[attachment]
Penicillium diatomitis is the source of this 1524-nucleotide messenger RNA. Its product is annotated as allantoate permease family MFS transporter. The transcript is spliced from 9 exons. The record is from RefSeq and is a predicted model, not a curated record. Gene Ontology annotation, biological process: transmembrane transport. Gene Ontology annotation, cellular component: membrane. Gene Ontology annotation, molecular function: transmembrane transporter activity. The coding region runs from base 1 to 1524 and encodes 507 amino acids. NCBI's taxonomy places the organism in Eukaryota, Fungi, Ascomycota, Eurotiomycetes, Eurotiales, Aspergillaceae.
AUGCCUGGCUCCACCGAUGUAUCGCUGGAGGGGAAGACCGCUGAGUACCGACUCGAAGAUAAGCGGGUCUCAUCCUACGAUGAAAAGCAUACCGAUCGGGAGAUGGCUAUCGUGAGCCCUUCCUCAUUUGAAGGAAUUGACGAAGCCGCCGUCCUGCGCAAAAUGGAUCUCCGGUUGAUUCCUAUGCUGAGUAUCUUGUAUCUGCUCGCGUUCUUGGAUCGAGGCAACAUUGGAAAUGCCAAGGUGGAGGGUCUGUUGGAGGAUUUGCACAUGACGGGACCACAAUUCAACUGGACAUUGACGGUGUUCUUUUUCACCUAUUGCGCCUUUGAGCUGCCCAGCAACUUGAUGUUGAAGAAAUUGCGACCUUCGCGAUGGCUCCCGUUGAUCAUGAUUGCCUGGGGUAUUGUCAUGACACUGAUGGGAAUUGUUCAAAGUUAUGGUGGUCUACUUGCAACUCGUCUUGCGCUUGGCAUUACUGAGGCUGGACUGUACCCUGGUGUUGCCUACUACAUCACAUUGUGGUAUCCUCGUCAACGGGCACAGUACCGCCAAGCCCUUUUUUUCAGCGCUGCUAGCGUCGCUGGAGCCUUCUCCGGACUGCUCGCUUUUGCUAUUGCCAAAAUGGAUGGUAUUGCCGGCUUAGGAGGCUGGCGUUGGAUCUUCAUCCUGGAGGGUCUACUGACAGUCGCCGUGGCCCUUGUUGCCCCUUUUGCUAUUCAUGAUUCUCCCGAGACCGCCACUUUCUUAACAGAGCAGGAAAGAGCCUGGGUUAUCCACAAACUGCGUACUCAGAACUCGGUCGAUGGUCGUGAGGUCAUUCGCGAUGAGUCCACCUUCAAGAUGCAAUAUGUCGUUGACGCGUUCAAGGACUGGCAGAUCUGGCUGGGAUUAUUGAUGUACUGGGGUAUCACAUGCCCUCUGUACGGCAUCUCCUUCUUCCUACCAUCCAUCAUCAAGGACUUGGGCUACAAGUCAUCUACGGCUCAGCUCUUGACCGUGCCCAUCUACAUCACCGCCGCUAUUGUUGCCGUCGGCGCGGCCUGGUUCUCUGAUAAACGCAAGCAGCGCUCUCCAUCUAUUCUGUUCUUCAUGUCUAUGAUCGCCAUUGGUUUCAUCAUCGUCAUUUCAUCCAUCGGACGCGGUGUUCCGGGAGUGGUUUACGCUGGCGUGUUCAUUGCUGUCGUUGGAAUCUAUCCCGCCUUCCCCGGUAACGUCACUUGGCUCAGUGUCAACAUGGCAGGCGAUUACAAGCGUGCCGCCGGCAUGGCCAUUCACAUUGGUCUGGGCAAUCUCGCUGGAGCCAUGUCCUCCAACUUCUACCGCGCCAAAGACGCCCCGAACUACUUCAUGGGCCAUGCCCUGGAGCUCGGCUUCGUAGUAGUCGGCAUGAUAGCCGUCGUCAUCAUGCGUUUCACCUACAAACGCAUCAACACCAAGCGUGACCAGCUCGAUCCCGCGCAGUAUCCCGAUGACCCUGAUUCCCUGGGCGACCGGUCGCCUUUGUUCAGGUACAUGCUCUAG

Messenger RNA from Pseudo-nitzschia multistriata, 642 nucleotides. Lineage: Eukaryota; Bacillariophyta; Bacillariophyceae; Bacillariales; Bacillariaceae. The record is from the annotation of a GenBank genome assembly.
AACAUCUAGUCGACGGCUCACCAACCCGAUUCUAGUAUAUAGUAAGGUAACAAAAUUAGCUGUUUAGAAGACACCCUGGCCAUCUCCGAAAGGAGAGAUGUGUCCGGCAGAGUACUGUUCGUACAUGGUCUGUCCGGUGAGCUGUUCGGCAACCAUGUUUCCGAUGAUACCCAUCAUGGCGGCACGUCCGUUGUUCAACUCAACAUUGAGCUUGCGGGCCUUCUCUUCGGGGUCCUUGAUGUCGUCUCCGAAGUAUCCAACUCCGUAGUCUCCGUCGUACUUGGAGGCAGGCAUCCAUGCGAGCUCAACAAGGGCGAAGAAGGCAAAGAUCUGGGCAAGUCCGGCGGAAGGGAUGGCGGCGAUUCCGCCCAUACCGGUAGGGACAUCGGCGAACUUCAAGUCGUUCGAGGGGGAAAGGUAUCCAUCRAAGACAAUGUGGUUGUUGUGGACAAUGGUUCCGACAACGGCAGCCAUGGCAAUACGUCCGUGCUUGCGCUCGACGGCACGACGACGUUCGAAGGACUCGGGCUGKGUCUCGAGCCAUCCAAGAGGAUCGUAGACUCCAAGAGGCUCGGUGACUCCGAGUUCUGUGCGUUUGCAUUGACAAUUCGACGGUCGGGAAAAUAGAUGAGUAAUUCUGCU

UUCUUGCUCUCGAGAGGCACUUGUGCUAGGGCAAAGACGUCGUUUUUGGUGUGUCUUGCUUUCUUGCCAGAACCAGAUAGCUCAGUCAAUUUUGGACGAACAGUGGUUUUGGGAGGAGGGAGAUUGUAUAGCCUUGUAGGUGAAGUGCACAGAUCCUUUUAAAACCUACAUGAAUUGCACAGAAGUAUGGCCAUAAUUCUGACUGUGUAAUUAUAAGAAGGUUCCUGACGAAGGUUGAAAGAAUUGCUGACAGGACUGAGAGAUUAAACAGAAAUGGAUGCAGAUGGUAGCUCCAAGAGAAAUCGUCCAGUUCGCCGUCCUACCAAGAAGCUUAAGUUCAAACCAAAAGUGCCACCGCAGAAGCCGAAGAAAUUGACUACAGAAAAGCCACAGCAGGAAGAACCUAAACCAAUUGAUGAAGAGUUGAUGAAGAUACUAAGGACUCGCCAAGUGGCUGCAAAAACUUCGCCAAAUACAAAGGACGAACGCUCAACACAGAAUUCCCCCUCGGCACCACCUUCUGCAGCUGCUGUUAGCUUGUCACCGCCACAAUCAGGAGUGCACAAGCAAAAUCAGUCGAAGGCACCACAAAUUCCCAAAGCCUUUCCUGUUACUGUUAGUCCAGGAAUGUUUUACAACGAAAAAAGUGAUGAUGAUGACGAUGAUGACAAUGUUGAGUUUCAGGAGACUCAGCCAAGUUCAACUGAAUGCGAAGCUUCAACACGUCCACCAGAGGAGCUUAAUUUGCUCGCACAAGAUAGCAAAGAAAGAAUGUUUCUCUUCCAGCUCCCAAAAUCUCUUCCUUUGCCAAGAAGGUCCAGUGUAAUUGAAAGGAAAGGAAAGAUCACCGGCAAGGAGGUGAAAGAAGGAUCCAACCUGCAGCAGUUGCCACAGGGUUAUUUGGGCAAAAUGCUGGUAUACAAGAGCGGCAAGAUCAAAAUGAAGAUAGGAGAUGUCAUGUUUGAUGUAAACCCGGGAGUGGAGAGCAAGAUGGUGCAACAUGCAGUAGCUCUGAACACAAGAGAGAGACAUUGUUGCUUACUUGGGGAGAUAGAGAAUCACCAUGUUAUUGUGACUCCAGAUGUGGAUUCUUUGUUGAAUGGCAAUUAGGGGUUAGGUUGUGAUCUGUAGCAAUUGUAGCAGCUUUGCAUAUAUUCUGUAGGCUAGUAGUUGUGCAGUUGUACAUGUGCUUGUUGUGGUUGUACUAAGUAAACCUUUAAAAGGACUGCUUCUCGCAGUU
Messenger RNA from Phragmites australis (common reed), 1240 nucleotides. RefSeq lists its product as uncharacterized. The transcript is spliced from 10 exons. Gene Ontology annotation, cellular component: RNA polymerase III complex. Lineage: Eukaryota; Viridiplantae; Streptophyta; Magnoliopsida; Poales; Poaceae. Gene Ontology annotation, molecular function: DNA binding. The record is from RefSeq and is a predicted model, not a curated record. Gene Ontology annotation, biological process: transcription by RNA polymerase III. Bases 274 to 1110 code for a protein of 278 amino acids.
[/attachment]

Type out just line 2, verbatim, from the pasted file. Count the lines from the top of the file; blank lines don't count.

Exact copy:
AUGCCUGGCUCCACCGAUGUAUCGCUGGAGGGGAAGACCGCUGAGUACCGACUCGAAGAUAAGCGGGUCUCAUCCUACGAUGAAAAGCAUACCGAUCGGGAGAUGGCUAUCGUGAGCCCUUCCUCAUUUGAAGGAAUUGACGAAGCCGCCGUCCUGCGCAAAAUGGAUCUCCGGUUGAUUCCUAUGCUGAGUAUCUUGUAUCUGCUCGCGUUCUUGGAUCGAGGCAACAUUGGAAAUGCCAAGGUGGAGGGUCUGUUGGAGGAUUUGCACAUGACGGGACCACAAUUCAACUGGACAUUGACGGUGUUCUUUUUCACCUAUUGCGCCUUUGAGCUGCCCAGCAACUUGAUGUUGAAGAAAUUGCGACCUUCGCGAUGGCUCCCGUUGAUCAUGAUUGCCUGGGGUAUUGUCAUGACACUGAUGGGAAUUGUUCAAAGUUAUGGUGGUCUACUUGCAACUCGUCUUGCGCUUGGCAUUACUGAGGCUGGACUGUACCCUGGUGUUGCCUACUACAUCACAUUGUGGUAUCCUCGUCAACGGGCACAGUACCGCCAAGCCCUUUUUUUCAGCGCUGCUAGCGUCGCUGGAGCCUUCUCCGGACUGCUCGCUUUUGCUAUUGCCAAAAUGGAUGGUAUUGCCGGCUUAGGAGGCUGGCGUUGGAUCUUCAUCCUGGAGGGUCUACUGACAGUCGCCGUGGCCCUUGUUGCCCCUUUUGCUAUUCAUGAUUCUCCCGAGACCGCCACUUUCUUAACAGAGCAGGAAAGAGCCUGGGUUAUCCACAAACUGCGUACUCAGAACUCGGUCGAUGGUCGUGAGGUCAUUCGCGAUGAGUCCACCUUCAAGAUGCAAUAUGUCGUUGACGCGUUCAAGGACUGGCAGAUCUGGCUGGGAUUAUUGAUGUACUGGGGUAUCACAUGCCCUCUGUACGGCAUCUCCUUCUUCCUACCAUCCAUCAUCAAGGACUUGGGCUACAAGUCAUCUACGGCUCAGCUCUUGACCGUGCCCAUCUACAUCACCGCCGCUAUUGUUGCCGUCGGCGCGGCCUGGUUCUCUGAUAAACGCAAGCAGCGCUCUCCAUCUAUUCUGUUCUUCAUGUCUAUGAUCGCCAUUGGUUUCAUCAUCGUCAUUUCAUCCAUCGGACGCGGUGUUCCGGGAGUGGUUUACGCUGGCGUGUUCAUUGCUGUCGUUGGAAUCUAUCCCGCCUUCCCCGGUAACGUCACUUGGCUCAGUGUCAACAUGGCAGGCGAUUACAAGCGUGCCGCCGGCAUGGCCAUUCACAUUGGUCUGGGCAAUCUCGCUGGAGCCAUGUCCUCCAACUUCUACCGCGCCAAAGACGCCCCGAACUACUUCAUGGGCCAUGCCCUGGAGCUCGGCUUCGUAGUAGUCGGCAUGAUAGCCGUCGUCAUCAUGCGUUUCACCUACAAACGCAUCAACACCAAGCGUGACCAGCUCGAUCCCGCGCAGUAUCCCGAUGACCCUGAUUCCCUGGGCGACCGGUCGCCUUUGUUCAGGUACAUGCUCUAG